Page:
And now he's turned his attention to a widely hated figure of 20th century history. You don't have to be much of a detective yourself to see how much sympathy Morris has developed for Robert S. McNamara, the man many see as one of the prime architects of the catastrophe that was America's involvement in and escalation of the war in Vietnam. But McNamara has been famously evaluating and reevaluating that war and the policies that turned it into a costly quagmire, writing, for example, "We of the Kennedy and Johnson administrations who participated in the decisions on Vietnam acted according to what we thought were the principles and traditions of this nation. We made our decisions in light of those values. Yet we were wrong, terribly wrong. We owe it to future generations to explain why."

Prime Morris material. When Nina Rehfeld returned from Cannes with a fresh batch of interviews, this was the one that leapt out immediately. While The Fog of War will have a limited engagement at the end of this year and won't see wide release in the US until early next year, we hope that this conversation will help generate a bit of word-of-mouth anticipation, the sort that might get it into a few more theaters, maybe a broader audience, and eventually, of course, a decent release on DVD.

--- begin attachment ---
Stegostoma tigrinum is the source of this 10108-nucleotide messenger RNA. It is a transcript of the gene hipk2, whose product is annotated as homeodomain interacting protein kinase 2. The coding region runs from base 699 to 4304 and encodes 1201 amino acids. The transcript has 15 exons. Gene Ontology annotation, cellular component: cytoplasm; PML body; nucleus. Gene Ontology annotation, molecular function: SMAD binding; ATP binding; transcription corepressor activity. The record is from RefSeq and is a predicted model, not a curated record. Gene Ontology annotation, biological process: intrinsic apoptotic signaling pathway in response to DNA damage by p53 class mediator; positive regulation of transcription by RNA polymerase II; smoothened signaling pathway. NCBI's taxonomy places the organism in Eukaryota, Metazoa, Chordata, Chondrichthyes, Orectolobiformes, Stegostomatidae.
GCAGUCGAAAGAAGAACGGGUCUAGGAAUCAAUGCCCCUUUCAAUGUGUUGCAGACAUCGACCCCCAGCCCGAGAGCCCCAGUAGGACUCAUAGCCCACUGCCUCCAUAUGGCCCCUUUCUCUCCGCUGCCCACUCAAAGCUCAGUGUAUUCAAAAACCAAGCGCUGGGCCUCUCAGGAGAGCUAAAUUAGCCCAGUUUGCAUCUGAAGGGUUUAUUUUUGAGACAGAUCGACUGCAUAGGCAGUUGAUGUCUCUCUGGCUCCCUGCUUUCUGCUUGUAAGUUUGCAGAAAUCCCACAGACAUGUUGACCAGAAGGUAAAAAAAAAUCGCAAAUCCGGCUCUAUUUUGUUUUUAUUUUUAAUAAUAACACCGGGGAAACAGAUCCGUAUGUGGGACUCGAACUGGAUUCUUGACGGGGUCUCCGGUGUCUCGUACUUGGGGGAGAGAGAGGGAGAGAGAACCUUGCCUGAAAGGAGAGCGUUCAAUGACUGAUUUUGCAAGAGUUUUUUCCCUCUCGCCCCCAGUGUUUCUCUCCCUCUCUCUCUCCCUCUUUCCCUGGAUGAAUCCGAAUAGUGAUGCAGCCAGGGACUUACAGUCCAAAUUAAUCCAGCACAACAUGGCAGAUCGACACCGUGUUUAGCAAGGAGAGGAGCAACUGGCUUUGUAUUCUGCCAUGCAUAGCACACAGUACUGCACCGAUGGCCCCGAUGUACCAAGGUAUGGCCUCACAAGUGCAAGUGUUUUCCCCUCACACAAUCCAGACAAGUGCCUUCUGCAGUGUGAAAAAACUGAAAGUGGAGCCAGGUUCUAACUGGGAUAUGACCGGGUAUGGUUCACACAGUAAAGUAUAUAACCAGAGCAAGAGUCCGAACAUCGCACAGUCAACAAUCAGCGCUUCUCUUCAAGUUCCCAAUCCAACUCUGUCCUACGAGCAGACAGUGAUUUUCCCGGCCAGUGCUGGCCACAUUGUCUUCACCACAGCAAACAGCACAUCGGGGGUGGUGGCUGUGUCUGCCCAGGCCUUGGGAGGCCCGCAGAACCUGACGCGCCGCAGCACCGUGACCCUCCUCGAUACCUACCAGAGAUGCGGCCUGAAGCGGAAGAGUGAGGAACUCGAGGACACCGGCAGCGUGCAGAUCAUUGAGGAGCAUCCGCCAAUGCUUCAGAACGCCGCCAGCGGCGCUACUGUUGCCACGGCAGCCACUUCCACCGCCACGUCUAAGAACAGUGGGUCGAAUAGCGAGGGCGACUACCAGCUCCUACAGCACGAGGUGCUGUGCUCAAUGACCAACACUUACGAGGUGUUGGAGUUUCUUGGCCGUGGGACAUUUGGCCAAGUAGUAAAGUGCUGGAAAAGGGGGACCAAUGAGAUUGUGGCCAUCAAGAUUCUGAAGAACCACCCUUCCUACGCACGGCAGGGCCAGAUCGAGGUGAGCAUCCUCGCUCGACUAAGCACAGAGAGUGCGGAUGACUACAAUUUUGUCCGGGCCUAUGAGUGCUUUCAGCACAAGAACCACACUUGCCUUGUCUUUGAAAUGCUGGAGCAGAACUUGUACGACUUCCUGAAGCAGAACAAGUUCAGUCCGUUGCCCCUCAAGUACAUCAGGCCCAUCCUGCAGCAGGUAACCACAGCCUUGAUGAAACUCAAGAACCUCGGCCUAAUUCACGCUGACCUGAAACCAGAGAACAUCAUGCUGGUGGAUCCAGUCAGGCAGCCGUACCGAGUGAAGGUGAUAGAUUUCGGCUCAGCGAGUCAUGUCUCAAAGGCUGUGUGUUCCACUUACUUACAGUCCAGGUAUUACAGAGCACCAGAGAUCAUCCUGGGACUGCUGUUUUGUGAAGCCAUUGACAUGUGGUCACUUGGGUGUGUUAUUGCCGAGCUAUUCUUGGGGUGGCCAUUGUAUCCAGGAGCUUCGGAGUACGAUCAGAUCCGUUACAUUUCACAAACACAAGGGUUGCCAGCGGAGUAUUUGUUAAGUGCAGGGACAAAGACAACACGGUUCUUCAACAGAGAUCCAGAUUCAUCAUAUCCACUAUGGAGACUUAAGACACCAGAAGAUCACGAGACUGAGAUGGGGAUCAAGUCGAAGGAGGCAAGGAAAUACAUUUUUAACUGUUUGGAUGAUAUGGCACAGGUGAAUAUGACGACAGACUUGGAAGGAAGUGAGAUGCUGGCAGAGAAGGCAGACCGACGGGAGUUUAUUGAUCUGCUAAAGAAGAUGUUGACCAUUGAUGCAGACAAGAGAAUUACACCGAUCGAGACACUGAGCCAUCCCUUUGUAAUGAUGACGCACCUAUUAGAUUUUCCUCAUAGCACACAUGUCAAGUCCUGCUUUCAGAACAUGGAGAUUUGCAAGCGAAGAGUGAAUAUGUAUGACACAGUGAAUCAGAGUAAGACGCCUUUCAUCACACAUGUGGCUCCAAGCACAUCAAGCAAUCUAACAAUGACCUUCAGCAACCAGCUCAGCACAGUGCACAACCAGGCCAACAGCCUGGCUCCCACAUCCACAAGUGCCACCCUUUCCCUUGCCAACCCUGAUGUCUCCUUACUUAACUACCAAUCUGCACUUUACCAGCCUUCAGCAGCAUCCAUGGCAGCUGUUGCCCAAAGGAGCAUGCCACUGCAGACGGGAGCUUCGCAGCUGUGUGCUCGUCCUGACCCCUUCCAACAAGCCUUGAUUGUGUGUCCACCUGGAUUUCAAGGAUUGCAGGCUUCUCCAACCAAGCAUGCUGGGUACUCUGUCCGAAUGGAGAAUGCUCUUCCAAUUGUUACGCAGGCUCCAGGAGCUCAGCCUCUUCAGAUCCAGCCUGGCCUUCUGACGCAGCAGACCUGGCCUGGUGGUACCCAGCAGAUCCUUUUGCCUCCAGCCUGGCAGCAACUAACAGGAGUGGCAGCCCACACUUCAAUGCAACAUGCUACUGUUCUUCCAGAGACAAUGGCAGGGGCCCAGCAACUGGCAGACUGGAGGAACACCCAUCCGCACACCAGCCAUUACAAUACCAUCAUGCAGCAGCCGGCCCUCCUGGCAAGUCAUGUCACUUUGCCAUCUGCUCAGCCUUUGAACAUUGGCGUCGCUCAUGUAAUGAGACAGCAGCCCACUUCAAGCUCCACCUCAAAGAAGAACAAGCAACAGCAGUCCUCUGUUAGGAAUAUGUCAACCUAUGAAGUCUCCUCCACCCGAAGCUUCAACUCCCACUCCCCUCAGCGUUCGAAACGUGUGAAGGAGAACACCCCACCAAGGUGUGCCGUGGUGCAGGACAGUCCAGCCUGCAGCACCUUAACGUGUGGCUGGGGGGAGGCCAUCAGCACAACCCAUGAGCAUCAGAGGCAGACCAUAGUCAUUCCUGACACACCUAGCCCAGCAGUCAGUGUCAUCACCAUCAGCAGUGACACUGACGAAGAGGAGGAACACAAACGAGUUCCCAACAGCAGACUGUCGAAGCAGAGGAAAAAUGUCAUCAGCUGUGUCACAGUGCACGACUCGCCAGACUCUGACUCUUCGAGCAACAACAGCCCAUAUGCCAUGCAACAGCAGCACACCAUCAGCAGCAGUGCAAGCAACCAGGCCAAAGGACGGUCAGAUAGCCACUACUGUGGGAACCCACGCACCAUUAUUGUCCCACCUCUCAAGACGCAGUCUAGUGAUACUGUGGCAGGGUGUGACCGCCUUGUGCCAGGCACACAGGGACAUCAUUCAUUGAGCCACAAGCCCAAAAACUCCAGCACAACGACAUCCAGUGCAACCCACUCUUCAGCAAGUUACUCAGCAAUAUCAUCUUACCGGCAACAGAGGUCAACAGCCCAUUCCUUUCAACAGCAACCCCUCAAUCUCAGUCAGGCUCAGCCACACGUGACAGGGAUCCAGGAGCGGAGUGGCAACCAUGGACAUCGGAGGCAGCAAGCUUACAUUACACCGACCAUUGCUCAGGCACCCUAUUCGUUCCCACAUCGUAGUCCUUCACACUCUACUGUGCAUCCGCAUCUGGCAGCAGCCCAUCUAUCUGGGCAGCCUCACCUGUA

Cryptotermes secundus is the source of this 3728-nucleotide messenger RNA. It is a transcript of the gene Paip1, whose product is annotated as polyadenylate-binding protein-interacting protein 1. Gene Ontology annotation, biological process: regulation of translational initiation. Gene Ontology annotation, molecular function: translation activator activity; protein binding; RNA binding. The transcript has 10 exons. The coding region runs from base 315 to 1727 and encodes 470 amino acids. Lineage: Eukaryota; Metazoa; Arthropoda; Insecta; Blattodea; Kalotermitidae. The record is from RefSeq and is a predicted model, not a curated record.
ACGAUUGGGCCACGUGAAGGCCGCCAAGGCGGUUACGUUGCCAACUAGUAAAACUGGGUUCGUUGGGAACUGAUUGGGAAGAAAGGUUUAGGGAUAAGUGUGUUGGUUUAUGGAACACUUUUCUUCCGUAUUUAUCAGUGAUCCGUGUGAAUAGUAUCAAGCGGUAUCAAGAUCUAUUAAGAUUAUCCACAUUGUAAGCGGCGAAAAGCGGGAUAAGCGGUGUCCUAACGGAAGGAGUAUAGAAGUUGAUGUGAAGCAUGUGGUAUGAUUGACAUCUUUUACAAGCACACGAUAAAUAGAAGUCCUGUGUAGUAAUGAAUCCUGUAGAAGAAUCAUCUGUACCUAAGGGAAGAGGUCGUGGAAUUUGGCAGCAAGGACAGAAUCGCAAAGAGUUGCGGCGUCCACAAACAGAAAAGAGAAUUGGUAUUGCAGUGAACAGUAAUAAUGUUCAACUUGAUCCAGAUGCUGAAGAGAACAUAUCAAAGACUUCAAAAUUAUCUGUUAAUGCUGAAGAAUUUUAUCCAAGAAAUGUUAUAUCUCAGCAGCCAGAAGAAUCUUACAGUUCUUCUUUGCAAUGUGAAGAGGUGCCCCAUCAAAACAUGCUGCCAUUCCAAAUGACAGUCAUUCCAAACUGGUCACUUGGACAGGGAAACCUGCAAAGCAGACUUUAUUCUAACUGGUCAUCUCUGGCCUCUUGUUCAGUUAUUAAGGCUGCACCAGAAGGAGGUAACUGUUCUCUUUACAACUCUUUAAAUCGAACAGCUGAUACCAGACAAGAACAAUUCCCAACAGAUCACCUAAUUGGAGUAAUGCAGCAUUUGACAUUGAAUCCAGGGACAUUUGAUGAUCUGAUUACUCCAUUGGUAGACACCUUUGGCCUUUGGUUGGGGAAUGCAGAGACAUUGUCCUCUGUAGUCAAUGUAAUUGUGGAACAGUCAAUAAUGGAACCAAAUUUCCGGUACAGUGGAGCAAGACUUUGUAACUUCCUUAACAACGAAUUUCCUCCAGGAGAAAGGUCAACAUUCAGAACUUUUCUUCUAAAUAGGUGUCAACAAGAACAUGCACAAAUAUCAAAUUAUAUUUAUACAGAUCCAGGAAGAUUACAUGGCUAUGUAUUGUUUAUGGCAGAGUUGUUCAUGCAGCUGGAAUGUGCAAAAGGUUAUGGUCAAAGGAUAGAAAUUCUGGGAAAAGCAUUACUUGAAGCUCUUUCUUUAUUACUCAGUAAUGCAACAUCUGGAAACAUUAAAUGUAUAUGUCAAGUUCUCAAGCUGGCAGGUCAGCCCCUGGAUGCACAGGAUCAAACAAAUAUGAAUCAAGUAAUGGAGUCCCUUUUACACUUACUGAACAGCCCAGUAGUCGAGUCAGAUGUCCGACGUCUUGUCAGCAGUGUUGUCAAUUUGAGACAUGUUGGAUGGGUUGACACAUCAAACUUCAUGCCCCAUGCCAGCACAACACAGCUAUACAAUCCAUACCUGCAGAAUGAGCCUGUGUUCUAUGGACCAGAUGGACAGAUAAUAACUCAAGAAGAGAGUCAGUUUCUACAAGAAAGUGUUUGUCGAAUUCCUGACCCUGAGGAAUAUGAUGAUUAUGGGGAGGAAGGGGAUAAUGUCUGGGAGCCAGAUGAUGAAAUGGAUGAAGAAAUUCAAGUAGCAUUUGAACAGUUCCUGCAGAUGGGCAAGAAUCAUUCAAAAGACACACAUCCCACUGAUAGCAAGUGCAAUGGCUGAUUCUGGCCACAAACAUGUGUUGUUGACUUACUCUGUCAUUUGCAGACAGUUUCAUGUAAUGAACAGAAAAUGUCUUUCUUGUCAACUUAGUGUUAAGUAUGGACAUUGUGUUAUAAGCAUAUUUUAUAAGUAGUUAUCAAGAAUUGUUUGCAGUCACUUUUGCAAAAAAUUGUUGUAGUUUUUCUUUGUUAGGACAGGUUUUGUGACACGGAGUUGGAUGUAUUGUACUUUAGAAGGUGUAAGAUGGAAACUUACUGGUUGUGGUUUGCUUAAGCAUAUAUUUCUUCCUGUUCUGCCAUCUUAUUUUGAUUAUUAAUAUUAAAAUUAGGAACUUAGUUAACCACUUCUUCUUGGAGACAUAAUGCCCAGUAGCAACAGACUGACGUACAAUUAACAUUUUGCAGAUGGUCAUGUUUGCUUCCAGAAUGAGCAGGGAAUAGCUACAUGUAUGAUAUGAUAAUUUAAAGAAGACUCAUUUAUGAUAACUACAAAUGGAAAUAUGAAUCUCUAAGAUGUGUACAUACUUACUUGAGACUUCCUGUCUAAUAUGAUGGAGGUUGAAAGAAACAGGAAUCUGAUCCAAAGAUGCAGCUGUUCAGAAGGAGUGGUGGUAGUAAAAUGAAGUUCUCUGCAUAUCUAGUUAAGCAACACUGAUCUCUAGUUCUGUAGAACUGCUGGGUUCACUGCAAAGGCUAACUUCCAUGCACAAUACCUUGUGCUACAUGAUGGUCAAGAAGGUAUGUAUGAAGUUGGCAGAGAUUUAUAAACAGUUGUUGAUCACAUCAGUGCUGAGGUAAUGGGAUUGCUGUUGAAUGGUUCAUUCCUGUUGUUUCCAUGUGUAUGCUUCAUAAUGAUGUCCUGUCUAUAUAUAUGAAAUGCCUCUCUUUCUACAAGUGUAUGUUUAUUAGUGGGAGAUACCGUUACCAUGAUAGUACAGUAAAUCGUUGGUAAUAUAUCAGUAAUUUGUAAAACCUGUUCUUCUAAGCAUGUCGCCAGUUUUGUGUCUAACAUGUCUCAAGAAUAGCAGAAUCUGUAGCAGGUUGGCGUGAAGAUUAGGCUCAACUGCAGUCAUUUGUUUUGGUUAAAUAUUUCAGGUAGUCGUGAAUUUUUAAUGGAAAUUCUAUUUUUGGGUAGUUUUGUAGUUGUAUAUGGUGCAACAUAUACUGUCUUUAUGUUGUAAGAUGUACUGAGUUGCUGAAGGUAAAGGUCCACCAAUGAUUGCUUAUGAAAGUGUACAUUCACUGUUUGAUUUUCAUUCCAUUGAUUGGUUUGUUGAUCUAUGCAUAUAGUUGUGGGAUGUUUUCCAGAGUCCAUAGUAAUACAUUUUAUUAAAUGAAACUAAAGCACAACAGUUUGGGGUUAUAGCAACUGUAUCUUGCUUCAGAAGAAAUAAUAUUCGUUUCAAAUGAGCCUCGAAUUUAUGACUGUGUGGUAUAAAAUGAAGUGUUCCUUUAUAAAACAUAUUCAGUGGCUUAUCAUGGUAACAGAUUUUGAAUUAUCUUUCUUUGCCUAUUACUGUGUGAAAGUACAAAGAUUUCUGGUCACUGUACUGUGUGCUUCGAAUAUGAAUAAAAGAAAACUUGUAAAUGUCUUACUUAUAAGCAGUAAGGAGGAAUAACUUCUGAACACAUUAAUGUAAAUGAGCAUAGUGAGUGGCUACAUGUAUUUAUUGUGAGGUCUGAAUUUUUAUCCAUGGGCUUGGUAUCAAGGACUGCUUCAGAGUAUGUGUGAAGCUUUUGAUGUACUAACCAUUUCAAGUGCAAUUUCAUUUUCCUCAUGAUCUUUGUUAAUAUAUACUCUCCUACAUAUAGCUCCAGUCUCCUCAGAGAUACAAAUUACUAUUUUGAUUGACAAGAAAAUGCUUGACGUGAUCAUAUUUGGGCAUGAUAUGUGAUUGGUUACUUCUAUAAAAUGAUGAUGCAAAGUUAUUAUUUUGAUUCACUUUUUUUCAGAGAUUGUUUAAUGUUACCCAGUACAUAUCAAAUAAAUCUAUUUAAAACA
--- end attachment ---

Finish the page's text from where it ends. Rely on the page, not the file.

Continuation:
Four decades back: Secretary of Defense Robert S. McNamara, Secretary of State Dean Rusk and President John F. Kennedy

What attracts you about a subject? You've found so many different subjects over the years.

I like the fact that Robert McNamara is hated by so many people. It's the contrarian in me. And I am fascinated for the reason that he is hated. It's a fascinating story in and of itself. You have thousands of people who are worth hating who, in fact, aren't hated at all. [laughs]

What made you decide to make this film now? Did you want to have an impact on the current political discussion or is it simply the portrait of a single person?

I don't think it's either. I certainly had current politics in mind while I was making the movie but that's not the reason I chose to make the movie at this time. Many people who've seen the movie or saw the movie in the course of my putting it together and editing it said, "This movie should be out now. This movie is so relevant to what is going on in the world today that many people should be able to see this movie."